5Communicate as fully with industry as the rules allow. For some reason, we seem to have become “gun shy” about talking to industry. That’s the wrong approach. The more we communicate our intent and priorities to industry, and the more we listen to industry concerns, the better. Up until the time a final RFP for a specific effort is released to industry, we should not overly restrict our contacts. We do have an obligation to treat all firms in the same manner—but that doesn’t mean we can’t have conversations with individual firms, as long as the same opportunity is available to others who want to take advantage of it. We can expect that a lot of what we hear from companies will be self-serving. At the same time, however, companies may have legitimate concerns about how we are doing business and superior ideas about how to acquire the product or service we are contemplating. We need to be as open as we can be, and we need to listen.
6Competition works—use it whenever you can. The wonderful thing about competition is that it is a self-policing mechanism. Companies are motivated to do whatever they can to reduce cost and provide a better product or service in order to win business. We also generally can rely on industry to protect itself and only sign a business deal that delivers an acceptable profit, or at least does so within the firm’s risk tolerance and consistent with any broader business situation.
7Treat industry fairly, and keep your word. It is interesting that the commercial world has no requirement for one firm to treat another fairly. (Try to imagine a “protest” of a commercial contract award because the buyer’s source selection process wasn’t equally fair to all possible bidders.) Because we are an arm of the U.S. government and we expend public funds, we are held to that standard. It’s also the right thing to do ethically, and it is necessary if we want to have constructive relationships with industry. My experience is that industry does not entirely trust government people. Our source selections are opaque to industry, and no industry capture-team leader ever told his boss that he lost because he wrote a bad proposal. If we act just once in a way that is not consistent with our values or betrays a commitment we have made, then we have sacrificed whatever trust we have built. We can spend our credibility only once and then it is gone.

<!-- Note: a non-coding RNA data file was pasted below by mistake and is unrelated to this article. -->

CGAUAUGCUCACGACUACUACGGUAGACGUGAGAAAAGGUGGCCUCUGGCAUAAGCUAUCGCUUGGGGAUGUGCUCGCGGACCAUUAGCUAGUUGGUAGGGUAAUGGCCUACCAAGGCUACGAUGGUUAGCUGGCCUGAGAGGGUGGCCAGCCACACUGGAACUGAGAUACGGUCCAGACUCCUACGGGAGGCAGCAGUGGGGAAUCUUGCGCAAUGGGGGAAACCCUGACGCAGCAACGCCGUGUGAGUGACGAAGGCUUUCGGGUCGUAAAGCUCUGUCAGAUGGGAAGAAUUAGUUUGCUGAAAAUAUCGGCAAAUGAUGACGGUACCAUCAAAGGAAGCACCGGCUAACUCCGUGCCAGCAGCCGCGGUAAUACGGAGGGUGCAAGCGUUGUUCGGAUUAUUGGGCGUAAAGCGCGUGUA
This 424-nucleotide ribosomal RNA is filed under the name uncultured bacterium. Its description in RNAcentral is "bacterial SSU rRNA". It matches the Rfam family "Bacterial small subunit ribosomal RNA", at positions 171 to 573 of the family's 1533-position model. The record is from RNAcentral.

8Protect the government’s interests and insist on value for the taxpayer’s money. I put this last for a reason. This is the other side of the coin. Industry can be counted on to try to maximize the metric that I mentioned, profitability. Most of the time, but not always, industry will do so within the “rules of the game.” The “rules of the game” are defined largely by law and by the terms of the contracts we sign. The business deals codified by our contracts have to be fair, but they also have to be structured so that the government obtains what it wants at a reasonable price and industry is motivated to improve its productivity. Once we have the business deal in place, we have to ensure that the product or service we’ve acquired is delivered as agreed. If not, we have a duty to act to protect the warfighter’s and the taxpayer’s interests.
Nothing I’ve written here should be a surprise. These are principles we should all be very familiar with already. As we continue, at least for the next few months, or maybe years, to experience shrinking budgets and environments that place great stress on both DoD and industry, I believe we should make a special effort to keep them in mind. Like everything else we do, this requires a deep understanding of the products and services we are acquiring, of the business deals we enter and of the industry partners with which we do business.